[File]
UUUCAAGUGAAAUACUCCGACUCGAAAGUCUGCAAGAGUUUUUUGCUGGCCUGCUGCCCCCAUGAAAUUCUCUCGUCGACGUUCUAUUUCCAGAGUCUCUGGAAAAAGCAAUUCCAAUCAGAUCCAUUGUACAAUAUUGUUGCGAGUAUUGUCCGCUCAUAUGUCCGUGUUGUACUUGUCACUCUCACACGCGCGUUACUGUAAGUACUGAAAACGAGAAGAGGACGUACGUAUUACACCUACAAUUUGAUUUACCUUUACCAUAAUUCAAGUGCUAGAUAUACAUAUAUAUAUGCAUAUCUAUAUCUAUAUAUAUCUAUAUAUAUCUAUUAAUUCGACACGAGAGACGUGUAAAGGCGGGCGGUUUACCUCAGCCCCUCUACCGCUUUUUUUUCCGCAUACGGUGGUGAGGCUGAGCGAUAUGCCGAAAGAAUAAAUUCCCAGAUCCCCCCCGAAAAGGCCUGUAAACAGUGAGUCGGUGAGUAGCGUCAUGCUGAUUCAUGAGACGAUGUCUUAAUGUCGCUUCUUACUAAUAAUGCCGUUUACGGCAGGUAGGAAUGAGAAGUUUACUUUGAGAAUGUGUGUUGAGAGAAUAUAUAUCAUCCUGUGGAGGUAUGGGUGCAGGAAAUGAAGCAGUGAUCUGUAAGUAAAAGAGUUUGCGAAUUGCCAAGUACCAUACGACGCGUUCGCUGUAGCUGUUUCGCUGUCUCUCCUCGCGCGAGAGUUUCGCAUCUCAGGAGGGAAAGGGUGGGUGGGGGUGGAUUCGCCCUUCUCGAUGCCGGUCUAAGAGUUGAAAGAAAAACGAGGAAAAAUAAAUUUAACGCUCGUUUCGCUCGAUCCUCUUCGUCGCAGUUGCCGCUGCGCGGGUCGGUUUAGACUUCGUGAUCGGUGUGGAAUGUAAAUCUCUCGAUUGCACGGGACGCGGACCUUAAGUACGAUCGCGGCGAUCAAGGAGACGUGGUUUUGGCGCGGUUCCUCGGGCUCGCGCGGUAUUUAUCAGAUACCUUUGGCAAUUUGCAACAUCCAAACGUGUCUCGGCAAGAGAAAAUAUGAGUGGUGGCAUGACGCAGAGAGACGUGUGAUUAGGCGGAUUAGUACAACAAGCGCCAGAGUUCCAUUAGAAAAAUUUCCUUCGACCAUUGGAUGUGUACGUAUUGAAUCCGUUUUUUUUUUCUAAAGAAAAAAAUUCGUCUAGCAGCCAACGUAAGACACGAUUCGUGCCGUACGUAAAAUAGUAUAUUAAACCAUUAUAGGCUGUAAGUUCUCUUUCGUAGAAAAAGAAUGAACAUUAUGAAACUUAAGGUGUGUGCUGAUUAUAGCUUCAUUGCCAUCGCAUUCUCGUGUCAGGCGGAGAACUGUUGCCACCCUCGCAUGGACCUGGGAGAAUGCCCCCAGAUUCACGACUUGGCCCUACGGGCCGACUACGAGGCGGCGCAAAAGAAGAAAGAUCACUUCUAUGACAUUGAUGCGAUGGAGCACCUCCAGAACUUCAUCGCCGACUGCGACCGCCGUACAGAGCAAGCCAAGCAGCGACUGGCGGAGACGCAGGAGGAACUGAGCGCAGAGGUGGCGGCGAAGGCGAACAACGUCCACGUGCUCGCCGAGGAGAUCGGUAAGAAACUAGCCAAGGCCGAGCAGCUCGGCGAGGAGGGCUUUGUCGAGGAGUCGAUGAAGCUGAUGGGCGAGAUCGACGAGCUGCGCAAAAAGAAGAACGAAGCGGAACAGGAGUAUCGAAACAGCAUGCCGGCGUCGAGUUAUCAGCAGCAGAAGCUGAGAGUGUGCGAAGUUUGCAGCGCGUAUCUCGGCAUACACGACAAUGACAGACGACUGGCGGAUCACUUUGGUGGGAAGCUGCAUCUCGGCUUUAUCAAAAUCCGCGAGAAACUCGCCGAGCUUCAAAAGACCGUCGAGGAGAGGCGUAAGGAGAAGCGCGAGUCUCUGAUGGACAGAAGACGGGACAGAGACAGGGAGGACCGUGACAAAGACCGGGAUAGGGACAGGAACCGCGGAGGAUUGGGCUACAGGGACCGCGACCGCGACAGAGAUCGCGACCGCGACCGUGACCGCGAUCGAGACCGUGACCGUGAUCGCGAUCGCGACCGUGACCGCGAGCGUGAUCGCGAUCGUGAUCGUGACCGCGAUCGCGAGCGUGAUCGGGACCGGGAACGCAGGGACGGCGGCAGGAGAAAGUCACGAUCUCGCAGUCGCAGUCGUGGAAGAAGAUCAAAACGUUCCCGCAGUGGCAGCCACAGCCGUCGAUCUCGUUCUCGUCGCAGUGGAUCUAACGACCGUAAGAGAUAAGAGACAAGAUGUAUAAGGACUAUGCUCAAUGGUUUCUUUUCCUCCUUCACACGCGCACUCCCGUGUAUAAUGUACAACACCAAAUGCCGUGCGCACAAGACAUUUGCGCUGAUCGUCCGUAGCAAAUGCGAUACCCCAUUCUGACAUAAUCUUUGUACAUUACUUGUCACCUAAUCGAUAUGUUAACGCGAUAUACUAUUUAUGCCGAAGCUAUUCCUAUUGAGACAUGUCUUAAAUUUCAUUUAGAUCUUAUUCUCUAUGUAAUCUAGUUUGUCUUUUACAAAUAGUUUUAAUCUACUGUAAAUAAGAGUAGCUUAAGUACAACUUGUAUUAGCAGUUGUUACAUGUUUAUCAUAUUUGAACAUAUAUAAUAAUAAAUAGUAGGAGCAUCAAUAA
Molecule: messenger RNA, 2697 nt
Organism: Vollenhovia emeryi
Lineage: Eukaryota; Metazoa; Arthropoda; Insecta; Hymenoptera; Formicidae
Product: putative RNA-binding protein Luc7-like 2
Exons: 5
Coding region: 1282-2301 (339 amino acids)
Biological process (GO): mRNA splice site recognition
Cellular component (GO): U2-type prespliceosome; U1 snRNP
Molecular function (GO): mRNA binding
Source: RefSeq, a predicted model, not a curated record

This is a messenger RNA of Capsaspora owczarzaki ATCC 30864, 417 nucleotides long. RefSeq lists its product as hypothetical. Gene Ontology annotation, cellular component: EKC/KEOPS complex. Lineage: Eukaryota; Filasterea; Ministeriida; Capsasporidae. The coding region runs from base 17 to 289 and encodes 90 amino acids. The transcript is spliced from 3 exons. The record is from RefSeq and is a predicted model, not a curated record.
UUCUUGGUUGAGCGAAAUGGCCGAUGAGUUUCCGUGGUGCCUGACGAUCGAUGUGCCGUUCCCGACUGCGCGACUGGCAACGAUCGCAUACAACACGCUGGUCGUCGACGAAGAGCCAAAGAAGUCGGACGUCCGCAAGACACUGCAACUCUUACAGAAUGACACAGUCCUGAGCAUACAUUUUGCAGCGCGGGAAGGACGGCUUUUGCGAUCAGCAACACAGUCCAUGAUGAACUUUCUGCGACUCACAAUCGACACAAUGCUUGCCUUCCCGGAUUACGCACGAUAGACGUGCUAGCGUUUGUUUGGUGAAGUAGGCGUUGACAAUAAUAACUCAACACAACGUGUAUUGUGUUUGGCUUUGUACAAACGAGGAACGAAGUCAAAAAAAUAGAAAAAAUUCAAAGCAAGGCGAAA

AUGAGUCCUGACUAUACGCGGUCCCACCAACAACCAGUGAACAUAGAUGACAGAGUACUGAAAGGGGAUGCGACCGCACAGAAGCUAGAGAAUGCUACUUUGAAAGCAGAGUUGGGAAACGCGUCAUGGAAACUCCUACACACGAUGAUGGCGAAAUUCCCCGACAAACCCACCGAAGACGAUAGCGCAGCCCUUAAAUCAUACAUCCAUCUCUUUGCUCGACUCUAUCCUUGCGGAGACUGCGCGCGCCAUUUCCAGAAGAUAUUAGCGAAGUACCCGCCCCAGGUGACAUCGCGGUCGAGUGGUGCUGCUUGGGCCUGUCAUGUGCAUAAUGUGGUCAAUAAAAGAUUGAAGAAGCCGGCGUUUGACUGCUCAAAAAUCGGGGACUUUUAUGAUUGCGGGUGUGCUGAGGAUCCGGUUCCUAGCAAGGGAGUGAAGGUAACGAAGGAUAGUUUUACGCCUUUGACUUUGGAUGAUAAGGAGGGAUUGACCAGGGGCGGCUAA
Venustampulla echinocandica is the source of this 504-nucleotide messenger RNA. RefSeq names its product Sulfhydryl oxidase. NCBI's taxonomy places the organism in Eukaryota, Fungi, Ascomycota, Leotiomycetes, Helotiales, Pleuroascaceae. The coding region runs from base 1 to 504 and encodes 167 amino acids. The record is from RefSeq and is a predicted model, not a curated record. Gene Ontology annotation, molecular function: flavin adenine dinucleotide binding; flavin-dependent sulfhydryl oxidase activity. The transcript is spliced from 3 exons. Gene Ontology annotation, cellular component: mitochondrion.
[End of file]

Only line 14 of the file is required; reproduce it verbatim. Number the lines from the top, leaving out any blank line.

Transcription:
AUGAGUCCUGACUAUACGCGGUCCCACCAACAACCAGUGAACAUAGAUGACAGAGUACUGAAAGGGGAUGCGACCGCACAGAAGCUAGAGAAUGCUACUUUGAAAGCAGAGUUGGGAAACGCGUCAUGGAAACUCCUACACACGAUGAUGGCGAAAUUCCCCGACAAACCCACCGAAGACGAUAGCGCAGCCCUUAAAUCAUACAUCCAUCUCUUUGCUCGACUCUAUCCUUGCGGAGACUGCGCGCGCCAUUUCCAGAAGAUAUUAGCGAAGUACCCGCCCCAGGUGACAUCGCGGUCGAGUGGUGCUGCUUGGGCCUGUCAUGUGCAUAAUGUGGUCAAUAAAAGAUUGAAGAAGCCGGCGUUUGACUGCUCAAAAAUCGGGGACUUUUAUGAUUGCGGGUGUGCUGAGGAUCCGGUUCCUAGCAAGGGAGUGAAGGUAACGAAGGAUAGUUUUACGCCUUUGACUUUGGAUGAUAAGGAGGGAUUGACCAGGGGCGGCUAA